US retail giant Best Buy has apologised to Heath Ledger's family and fans after one of the firm’s employees erected a makeshift movie display in memory of the Brokeback Mountain star. Just a day after the world learned of the sudden death of the Australian actor, who was found dead in his New York apartment earlier this week, a …
One could argue our very own HMV are doing the same
Business is business I guess.
Blu-ray or HD-DVD?
But death sells...
...as my mother once told me, some of the best sellers in her shop are books about people who've died recently...
Bad taste? Maybe. Human Nature? Probably. Good business sense? Definitely.
As the late great allegedly Anthony H Wilson said "Ian Curtis's death was the best thing that happened to Factory Records"
Sad but true, just think how many crucifixes are sold every year. Sick fucks.
Whenever someone famous dies, like a musician, you always see their albums/films/books shoved to the prominent positions in the high street stores in the days following it.
Just look at how many Pavarotti records sold once he popped his clogs. Demand soars as the news of their death suddenly puts that person's name to the forefront of people's minds.
Happens all the time
Not just books, CDs or DVDs - what about "tribute" shows and special showings of films/TV programmes on the telly?
Then, in the months and years following, boxed sets, compilation albums, remixes, remasters....
No wonder these people end up richer dead than alive.
"alledgedly Anthony H Wilson"?
that's a great line. :)
just like the episode when "Bleeding gums" Murphy dies.
How much is his album?
But I want it to hoour his memory
He's dead, why didn't you say so....$500
It's absolutely true that death sells, probably far better than sex sells in fact, however it's normally the public who go and find whatever it is they want from the celeb/artist following their demise (albeit with a *little* "help" from the marketeers) rather than bending to what could be seen as completely un-subtle, distasteful attempts by companies to shove their stock onto customers.
The "staffer" probably was a fan of Ledger but should have kept the tribute to the confines of their own home/DVD player as opposed to using their position within a company to say what customers *will* want to do so brazenly with a sign and everything...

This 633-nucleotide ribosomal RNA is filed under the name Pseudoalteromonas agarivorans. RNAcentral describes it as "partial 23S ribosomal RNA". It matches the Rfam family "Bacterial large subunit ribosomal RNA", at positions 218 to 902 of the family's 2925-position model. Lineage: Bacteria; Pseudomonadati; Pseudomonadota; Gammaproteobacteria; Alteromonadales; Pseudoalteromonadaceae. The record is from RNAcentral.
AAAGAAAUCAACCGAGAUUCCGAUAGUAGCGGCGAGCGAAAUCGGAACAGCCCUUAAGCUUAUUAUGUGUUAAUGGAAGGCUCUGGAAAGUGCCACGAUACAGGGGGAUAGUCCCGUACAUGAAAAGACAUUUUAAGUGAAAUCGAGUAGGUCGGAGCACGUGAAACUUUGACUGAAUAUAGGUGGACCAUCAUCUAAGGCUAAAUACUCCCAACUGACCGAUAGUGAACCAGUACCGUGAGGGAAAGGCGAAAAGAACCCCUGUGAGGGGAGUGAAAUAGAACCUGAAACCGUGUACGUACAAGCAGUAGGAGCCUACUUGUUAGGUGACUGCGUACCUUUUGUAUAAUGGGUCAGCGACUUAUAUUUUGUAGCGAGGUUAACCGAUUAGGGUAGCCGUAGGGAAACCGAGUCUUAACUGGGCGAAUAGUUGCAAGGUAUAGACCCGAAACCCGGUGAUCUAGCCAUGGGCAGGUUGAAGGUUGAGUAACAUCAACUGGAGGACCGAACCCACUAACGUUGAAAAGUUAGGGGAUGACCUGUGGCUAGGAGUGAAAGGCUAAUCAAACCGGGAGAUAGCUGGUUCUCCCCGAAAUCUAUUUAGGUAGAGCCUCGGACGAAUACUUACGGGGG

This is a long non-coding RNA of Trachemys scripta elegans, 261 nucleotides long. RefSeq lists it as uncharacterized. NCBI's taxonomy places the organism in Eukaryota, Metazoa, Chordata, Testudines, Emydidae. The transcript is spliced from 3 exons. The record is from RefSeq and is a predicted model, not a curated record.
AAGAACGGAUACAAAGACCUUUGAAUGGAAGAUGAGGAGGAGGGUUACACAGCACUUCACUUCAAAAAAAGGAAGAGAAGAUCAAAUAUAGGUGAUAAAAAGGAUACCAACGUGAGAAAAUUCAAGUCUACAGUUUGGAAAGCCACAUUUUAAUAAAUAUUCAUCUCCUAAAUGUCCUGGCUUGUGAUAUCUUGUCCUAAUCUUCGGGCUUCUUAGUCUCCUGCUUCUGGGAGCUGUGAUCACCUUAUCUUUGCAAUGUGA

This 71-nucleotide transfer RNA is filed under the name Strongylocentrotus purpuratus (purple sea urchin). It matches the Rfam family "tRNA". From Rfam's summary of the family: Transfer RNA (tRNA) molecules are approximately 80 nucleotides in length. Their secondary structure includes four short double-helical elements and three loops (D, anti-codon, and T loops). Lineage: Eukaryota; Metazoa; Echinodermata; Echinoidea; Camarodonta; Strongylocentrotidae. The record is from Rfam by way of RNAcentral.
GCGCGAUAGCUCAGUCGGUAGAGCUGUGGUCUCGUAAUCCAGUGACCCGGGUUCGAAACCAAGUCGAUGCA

I remember after the suicide of Kurt Cobain wandering into my local HMV to see huge displays of everything to do with Nirvana.
I spoke to the store manager and even a couple of people at their head office and they were frankly astounded that anyone could think that their attempts to sell product were anything less than the best possible taste.
<Kenny Everett/Cupid Stunt leg swing>
Maybe Best Buy told the staffer to build the shrine just so they could dismantle it and receive some publicity for "doing the right thing." Perhaps someone hearing that Best Buy doesn't want to profit from his death in bad taste will then shop at Best Buy because they are not an evil corporation (today anyway). Paranoid? Maybe, but it doesn't mean everyones not out to get me.
HMV website too
I also found the HMV website in bad taste, blatantly attempting to cash in on this tragic death. After a small tribute to Heath Ledger they have kindly compiled a list of his films for sale. Shame on you HMV!
HD-DVD, as that's a dead format apparently.
I'm sooo sooo very sorry.
Hmmm , suffered from the Digg effect did they !
"One could easily view this as an attempt to profit from Mr. Ledger's death"
Which it surely was. And hoping to get a promotion out of it when the cunning plan generated a lot of sales, I'd suspect. And so what? That's what they all do all the time... Maybe in slightly subtler ways, which does not change anything.
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